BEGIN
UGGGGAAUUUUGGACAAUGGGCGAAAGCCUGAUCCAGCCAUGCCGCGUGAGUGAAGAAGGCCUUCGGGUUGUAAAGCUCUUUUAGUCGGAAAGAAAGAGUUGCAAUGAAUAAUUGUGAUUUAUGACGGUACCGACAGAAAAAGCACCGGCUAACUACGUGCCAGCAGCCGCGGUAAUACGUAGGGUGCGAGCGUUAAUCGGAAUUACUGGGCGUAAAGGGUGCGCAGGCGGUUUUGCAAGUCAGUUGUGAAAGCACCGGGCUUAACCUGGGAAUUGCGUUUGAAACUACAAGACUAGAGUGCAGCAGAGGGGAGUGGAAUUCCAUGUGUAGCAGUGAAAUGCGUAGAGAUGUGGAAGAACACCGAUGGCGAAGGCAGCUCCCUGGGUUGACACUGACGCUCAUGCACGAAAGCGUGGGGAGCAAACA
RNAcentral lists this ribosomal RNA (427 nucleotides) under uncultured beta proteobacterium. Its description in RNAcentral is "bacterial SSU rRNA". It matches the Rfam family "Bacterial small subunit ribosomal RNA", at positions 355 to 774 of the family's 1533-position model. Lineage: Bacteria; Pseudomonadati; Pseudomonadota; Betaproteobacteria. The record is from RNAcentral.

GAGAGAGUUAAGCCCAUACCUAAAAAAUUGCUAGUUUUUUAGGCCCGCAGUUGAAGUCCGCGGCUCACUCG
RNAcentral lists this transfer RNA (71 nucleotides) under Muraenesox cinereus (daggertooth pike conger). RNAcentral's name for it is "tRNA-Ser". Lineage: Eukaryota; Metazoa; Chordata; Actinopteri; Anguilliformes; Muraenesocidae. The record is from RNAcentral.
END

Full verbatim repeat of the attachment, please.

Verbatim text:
UGGGGAAUUUUGGACAAUGGGCGAAAGCCUGAUCCAGCCAUGCCGCGUGAGUGAAGAAGGCCUUCGGGUUGUAAAGCUCUUUUAGUCGGAAAGAAAGAGUUGCAAUGAAUAAUUGUGAUUUAUGACGGUACCGACAGAAAAAGCACCGGCUAACUACGUGCCAGCAGCCGCGGUAAUACGUAGGGUGCGAGCGUUAAUCGGAAUUACUGGGCGUAAAGGGUGCGCAGGCGGUUUUGCAAGUCAGUUGUGAAAGCACCGGGCUUAACCUGGGAAUUGCGUUUGAAACUACAAGACUAGAGUGCAGCAGAGGGGAGUGGAAUUCCAUGUGUAGCAGUGAAAUGCGUAGAGAUGUGGAAGAACACCGAUGGCGAAGGCAGCUCCCUGGGUUGACACUGACGCUCAUGCACGAAAGCGUGGGGAGCAAACA
RNAcentral lists this ribosomal RNA (427 nucleotides) under uncultured beta proteobacterium. Its description in RNAcentral is "bacterial SSU rRNA". It matches the Rfam family "Bacterial small subunit ribosomal RNA", at positions 355 to 774 of the family's 1533-position model. Lineage: Bacteria; Pseudomonadati; Pseudomonadota; Betaproteobacteria. The record is from RNAcentral.

GAGAGAGUUAAGCCCAUACCUAAAAAAUUGCUAGUUUUUUAGGCCCGCAGUUGAAGUCCGCGGCUCACUCG
RNAcentral lists this transfer RNA (71 nucleotides) under Muraenesox cinereus (daggertooth pike conger). RNAcentral's name for it is "tRNA-Ser". Lineage: Eukaryota; Metazoa; Chordata; Actinopteri; Anguilliformes; Muraenesocidae. The record is from RNAcentral.